Frailty of the Theory lurks in an unspoken part of it. That is, can a deterrent relationship hold in the face of persistent nuclear doctrinal changes? After all, the first reaction to strategic military revision is to find ways of defeating it and in the process, upsetting the existing equilibrium. History will suggest that the cold-warriors with each doctrinal attempt to enhance credibility and survivability of their nuclear arsenals only achieved in bringing the world to the brink. In the wake of the first Soviet atomic test in 1950, USA directed the re-examination of national security objectives. A report was tabled titled National Security Council – 68. This report, was to become the mantra that guided world order till the end of the Cold War and in particular defined and drove doctrines for use and proliferation of nuclear weapons. The report contrasted the design of the Authoritarian State with that of the Free State and the inevitable nuclear clash that would ensue. In this scheme of things the crises in Berlin, Korea and Vietnam appeared logical, while “mutually-assured-destruction” was even justifiable.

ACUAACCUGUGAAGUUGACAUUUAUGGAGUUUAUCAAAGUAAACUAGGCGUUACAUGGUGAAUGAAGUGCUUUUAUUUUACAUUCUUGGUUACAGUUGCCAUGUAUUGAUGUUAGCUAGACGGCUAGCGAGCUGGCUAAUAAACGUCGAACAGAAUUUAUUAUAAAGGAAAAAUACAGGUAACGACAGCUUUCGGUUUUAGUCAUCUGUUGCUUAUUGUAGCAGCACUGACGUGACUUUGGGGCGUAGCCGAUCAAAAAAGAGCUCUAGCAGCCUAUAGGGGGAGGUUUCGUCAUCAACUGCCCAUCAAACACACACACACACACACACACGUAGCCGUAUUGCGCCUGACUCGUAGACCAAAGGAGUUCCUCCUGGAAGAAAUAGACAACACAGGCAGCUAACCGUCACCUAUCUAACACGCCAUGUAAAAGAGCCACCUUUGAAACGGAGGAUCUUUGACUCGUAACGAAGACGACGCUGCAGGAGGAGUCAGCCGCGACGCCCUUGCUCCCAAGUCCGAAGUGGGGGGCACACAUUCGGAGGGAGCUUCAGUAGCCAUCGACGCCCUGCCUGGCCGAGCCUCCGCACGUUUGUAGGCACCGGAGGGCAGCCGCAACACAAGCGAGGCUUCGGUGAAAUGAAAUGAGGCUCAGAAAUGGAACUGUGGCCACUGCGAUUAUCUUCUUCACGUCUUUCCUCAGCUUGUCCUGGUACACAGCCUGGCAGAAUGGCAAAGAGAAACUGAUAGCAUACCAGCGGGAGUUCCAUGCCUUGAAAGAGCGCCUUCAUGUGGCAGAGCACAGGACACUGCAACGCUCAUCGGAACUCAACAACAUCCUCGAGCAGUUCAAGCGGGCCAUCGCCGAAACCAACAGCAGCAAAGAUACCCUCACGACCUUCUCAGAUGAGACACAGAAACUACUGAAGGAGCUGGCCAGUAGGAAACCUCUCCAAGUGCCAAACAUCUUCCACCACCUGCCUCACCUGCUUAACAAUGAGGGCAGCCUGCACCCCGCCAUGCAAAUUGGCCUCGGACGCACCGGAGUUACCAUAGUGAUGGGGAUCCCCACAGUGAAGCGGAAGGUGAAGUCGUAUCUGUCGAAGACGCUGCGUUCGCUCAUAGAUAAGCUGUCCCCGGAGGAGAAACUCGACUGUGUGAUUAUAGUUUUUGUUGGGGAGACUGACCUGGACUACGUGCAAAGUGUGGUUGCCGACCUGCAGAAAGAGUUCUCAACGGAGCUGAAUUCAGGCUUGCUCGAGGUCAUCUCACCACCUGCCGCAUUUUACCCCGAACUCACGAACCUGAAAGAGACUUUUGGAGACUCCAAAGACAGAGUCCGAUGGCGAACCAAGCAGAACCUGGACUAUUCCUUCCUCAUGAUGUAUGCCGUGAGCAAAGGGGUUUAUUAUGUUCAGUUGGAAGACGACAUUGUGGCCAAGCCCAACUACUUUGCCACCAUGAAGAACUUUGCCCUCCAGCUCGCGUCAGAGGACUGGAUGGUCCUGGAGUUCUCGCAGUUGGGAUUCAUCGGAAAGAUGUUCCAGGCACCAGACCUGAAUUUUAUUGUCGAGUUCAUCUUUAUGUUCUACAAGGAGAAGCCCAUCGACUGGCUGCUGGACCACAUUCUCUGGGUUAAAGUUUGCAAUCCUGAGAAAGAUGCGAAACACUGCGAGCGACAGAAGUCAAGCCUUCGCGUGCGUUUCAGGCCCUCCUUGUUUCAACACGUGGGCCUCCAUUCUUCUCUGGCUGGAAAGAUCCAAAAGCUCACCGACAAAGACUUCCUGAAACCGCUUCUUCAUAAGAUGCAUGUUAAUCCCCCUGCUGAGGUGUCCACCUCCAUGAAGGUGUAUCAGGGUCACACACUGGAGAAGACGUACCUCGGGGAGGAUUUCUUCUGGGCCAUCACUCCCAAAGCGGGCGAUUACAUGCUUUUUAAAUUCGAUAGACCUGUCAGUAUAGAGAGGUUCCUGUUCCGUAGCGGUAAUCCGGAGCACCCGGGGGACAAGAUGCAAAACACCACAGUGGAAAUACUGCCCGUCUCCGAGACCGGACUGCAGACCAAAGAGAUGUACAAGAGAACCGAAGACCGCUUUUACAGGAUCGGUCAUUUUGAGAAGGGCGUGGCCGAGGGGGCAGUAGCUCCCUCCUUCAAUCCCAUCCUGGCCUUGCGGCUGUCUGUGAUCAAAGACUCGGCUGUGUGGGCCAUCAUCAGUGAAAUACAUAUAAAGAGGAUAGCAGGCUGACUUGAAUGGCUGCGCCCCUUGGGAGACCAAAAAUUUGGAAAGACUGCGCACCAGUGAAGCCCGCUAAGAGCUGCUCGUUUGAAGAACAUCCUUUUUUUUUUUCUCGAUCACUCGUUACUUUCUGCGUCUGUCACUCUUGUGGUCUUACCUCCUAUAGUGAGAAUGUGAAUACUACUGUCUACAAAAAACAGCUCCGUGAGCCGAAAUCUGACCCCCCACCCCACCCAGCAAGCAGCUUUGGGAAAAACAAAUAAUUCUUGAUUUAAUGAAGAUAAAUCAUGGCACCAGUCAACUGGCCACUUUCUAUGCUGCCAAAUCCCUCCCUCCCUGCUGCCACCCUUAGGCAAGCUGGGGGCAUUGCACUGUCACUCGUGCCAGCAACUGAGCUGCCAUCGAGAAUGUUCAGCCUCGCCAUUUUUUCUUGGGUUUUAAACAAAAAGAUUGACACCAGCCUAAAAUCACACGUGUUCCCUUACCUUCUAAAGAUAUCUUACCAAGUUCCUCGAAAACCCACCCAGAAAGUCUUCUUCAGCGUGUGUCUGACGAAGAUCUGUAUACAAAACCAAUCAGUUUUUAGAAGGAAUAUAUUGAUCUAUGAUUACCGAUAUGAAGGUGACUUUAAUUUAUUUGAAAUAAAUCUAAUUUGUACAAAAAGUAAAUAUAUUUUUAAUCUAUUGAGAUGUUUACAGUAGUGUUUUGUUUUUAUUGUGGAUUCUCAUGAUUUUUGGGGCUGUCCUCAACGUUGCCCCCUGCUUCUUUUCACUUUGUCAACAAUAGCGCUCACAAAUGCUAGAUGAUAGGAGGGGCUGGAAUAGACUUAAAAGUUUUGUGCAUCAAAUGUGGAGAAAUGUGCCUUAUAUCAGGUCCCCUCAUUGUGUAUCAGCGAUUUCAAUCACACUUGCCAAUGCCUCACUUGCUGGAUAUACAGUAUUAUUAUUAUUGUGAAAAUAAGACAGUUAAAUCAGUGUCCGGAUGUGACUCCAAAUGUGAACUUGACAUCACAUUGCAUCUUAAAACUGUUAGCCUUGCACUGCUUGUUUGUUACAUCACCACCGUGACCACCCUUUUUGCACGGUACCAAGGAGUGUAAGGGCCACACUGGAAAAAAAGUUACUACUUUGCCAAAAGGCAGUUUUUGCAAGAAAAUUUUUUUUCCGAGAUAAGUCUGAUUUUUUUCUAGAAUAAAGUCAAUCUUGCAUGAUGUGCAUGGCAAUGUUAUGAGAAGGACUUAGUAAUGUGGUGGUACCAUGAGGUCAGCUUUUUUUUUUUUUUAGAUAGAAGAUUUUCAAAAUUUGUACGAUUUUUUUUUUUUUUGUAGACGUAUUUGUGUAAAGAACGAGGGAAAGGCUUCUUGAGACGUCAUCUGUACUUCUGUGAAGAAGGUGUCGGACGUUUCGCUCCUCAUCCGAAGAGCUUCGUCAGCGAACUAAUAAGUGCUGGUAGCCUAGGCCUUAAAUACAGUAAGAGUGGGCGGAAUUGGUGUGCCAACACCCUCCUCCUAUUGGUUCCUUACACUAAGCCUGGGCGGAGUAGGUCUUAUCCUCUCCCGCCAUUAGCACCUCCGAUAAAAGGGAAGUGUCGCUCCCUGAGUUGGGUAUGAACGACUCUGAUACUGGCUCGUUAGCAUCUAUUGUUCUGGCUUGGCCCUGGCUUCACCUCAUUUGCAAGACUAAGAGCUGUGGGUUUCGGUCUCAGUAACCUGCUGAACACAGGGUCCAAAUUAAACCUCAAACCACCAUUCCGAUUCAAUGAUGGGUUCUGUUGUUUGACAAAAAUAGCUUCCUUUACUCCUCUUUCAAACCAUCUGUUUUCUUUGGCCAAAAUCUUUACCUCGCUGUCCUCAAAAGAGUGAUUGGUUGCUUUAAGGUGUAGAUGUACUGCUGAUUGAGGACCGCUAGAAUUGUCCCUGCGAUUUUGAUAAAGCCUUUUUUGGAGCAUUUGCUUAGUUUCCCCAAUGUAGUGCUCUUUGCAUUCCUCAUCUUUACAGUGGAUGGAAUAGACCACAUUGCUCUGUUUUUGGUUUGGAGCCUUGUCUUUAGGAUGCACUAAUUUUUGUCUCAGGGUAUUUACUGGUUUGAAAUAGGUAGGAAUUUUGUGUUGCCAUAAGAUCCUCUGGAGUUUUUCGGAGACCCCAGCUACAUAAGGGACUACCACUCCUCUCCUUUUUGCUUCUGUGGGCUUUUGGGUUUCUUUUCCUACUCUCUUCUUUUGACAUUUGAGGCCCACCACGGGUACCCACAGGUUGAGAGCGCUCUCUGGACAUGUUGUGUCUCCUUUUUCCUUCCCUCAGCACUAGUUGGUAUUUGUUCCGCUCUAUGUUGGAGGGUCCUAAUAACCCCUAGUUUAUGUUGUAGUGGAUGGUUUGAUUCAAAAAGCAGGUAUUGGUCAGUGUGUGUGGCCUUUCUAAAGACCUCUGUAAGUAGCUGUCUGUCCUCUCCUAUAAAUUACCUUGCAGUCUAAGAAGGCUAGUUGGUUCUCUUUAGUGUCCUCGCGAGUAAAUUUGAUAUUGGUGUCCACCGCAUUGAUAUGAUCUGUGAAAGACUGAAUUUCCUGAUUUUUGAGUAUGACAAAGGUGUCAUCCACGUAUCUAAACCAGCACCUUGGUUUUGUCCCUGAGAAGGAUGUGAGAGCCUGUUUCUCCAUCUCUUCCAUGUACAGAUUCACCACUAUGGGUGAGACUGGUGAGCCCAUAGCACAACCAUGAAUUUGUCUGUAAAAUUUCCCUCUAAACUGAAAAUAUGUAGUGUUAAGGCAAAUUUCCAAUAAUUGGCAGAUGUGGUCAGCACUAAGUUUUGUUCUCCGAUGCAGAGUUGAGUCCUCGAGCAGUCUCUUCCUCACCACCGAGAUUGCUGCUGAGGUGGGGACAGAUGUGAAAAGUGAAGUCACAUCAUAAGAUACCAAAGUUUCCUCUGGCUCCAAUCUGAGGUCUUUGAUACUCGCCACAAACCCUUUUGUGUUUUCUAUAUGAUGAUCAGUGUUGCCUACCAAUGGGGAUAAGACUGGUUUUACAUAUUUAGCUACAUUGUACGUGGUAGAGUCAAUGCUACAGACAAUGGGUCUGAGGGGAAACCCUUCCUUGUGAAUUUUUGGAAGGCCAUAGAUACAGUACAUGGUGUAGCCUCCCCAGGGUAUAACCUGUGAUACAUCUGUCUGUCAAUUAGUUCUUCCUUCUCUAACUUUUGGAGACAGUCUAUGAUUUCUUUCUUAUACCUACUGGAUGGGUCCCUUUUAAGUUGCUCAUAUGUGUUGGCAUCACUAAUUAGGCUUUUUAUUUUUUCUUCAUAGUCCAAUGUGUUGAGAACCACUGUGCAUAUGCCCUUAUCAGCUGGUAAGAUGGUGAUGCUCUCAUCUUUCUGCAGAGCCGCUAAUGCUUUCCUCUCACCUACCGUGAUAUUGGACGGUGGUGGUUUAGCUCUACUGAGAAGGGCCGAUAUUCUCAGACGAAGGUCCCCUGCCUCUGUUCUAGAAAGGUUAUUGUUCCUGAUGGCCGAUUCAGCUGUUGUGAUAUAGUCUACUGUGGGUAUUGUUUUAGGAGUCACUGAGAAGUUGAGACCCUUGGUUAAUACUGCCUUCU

NSC-68 came at a time when the previous 35 years had witnessed the most cataclysmic events of history; two devastating World Wars, two revolutions that mocked global status quo and the collapse of 5 empires. Change also wrought transformation in the basis and distribution of power; key determinants were now a function of ideology, economic muscle, military prowess and the means of mass destruction. Power had decisively gravitated to the USA and the USSR. The belief that the Soviets were motivated by a faith antithetical to that of the West and driven by ambitions of world domination provided the logic and a verdict that conflict and violence would become endemic. The choice placed before the world was to either watch helplessly the incarceration of civilization or take sides in a “just cause”. Nuclear theology was consequently cast in the mould of armed rivalry; its nature was characterized by friction. The scheme that carved the world was “Containment of Communism”. In turn rationality gave way to the threat of catastrophic force as the basis of stability.